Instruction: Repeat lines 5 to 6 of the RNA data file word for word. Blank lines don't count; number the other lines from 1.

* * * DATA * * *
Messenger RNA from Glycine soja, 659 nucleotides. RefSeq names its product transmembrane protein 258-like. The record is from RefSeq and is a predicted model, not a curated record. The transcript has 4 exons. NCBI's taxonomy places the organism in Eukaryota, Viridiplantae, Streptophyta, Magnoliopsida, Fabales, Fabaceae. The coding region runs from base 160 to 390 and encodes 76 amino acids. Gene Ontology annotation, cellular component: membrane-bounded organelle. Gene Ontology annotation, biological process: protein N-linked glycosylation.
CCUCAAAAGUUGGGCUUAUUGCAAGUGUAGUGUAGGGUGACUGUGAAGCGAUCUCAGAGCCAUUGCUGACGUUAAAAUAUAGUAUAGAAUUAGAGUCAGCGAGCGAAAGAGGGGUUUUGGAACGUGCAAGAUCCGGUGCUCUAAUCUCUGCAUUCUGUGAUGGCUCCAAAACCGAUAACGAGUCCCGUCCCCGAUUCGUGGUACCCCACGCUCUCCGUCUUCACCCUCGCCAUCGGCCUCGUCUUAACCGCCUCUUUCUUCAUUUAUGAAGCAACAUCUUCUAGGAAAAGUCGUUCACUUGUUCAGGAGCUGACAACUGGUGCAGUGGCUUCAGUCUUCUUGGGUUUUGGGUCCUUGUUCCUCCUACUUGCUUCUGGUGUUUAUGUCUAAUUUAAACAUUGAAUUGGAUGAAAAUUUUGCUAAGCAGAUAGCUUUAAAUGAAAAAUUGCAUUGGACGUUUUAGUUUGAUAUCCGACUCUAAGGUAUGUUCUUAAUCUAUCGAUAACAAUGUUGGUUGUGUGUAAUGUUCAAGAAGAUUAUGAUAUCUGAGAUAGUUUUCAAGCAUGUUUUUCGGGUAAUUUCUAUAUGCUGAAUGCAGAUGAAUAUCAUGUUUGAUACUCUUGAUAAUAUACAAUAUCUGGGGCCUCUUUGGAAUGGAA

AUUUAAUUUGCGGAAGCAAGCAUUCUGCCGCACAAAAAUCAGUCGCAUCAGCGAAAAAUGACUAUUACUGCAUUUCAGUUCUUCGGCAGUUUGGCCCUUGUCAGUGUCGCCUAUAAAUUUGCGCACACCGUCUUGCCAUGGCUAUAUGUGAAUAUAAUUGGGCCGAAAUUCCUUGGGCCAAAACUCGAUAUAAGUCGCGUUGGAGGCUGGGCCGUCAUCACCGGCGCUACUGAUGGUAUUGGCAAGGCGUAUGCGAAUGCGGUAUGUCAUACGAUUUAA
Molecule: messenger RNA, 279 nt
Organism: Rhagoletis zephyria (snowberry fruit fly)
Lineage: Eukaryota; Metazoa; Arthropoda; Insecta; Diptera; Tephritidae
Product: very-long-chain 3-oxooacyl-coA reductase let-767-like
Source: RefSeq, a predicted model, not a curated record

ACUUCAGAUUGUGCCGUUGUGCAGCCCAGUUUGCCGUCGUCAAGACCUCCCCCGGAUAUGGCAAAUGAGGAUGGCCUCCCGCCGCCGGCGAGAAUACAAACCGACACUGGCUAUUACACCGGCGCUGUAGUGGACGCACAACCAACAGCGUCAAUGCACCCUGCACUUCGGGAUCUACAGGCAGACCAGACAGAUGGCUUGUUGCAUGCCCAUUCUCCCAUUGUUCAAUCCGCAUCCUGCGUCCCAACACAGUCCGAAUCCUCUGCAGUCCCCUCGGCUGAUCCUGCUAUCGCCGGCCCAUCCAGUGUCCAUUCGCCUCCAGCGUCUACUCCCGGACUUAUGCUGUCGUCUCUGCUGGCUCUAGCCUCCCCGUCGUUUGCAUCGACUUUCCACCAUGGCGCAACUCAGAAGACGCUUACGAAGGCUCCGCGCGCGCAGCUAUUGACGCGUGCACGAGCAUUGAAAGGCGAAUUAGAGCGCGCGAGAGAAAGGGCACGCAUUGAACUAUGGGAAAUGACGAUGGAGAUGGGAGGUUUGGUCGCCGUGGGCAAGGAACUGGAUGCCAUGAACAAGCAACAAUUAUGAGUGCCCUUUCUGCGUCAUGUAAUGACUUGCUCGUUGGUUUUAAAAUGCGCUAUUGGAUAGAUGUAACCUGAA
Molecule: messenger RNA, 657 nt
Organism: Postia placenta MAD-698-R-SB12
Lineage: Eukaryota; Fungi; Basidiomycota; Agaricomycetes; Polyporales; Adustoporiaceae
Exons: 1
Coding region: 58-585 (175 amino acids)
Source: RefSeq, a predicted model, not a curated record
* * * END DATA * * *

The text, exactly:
Organism: Rhagoletis zephyria (snowberry fruit fly)
Lineage: Eukaryota; Metazoa; Arthropoda; Insecta; Diptera; Tephritidae